Second World War veteran Ian MCrae remembers the exhilaration he felt 75 years ago when Japan surrendered in World War ll.
The Dimboola farmer served in the Royal Australian Air Force during WW ll, and said he never fought during the war but lost a lot of friends.
"I was training in Mount Gambier, South Australia when Japan surrendered ... I remember we all felt very relieved," he said.
"The dropping of the bomb on Hiroshima finished the war very quickly.
"The Japanese weren't going to give up, they were entrenched in all of the islands and they were going to fight until the end.
"The atomic bomb reminded everyone in the world what it could do and one has never been used since."
Saturday marks the 75th anniversary of Victory in the Pacific, it was the day World War ll ended for Australia.
The 98-year-old joined the air force at the age of 19 and trained as an aircraft mechanic in Adelaide and Melbourne.
"I grew up on a farm out in Wallup and left school when I was 14 ... I worked on the farm until I joined the air force in 1942," he said.
"In 1943, I became a pilot and clocked up 640 hours of flying.
"During my four years serving in the air force I was mainly training, and in the last 18 months I was training navigators."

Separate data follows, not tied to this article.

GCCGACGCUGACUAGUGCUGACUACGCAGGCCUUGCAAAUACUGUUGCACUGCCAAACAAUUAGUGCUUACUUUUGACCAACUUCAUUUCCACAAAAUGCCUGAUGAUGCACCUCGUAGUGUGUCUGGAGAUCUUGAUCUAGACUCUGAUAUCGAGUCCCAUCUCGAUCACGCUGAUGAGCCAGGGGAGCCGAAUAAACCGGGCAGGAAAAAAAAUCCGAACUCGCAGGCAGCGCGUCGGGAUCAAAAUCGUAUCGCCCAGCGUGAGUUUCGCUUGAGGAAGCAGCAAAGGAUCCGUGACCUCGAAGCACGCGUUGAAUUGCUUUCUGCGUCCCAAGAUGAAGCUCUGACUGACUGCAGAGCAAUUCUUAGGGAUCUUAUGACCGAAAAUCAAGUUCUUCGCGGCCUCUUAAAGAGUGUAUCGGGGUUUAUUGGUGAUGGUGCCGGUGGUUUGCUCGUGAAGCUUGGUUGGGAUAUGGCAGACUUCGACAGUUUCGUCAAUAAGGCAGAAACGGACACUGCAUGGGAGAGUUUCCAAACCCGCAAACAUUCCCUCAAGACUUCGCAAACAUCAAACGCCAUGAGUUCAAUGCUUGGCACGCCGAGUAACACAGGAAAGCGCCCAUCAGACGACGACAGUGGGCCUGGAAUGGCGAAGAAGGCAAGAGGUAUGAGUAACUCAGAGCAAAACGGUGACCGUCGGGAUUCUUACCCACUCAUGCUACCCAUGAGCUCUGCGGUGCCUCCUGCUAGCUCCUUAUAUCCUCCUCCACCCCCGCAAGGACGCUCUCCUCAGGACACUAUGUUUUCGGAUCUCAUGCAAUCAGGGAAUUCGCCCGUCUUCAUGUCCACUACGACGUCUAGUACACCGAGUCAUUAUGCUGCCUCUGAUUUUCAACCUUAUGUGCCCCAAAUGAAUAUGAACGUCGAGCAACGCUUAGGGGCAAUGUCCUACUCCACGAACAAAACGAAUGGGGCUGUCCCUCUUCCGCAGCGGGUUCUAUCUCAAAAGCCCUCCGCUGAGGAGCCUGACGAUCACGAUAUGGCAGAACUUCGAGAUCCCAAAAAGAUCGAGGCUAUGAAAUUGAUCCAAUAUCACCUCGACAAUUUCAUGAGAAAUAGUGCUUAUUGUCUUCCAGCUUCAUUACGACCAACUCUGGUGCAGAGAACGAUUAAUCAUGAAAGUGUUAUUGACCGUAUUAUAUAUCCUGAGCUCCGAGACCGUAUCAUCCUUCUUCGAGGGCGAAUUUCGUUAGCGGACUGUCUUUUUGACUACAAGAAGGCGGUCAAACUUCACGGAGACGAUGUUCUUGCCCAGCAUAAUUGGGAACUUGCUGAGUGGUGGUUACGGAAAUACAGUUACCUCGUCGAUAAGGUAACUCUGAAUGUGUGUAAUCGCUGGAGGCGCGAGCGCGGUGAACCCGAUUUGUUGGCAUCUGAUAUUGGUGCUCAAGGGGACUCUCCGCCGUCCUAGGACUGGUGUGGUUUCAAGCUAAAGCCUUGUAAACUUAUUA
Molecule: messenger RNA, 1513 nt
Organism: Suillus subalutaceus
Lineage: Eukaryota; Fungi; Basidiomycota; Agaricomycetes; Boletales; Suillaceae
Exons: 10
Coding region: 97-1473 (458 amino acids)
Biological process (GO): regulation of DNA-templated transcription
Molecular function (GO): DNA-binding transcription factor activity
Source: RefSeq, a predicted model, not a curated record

Mr MCrae said he was "lucky" because he had the farm to go back to, but after the war a lot of soldiers couldn't find work.
"We had a lot of prisoners of war who found it very difficult to adjust back to reality," he said.
"I had a lot of friends who lost their lives, and a few that came home wounded and knocked around for the rest of their lives."
After the war, Mr MCrae worked at the Wimmera Shire Council for 21 years and was elected as mayor twice.
Mr MCrae was also involved with the Dimboola Memorial Secondary College Council for 24 years.
"I have been married to my wife Janet for 72 years and we are still looking after one another ... we are both very lucky," he said.
"This Saturday we should try and remember the people who sacrificed their lives during the war.
"It was a long time ago of course, but I think it is important to remember what happened."
If you are seeing this message you are a loyal digital subscriber to the Wimmera Mail-Times, as we made this story available only to subscribers. Thank you very much for your support and allowing us to continue telling the Wimmera's story. We appreciate your support of local journalism.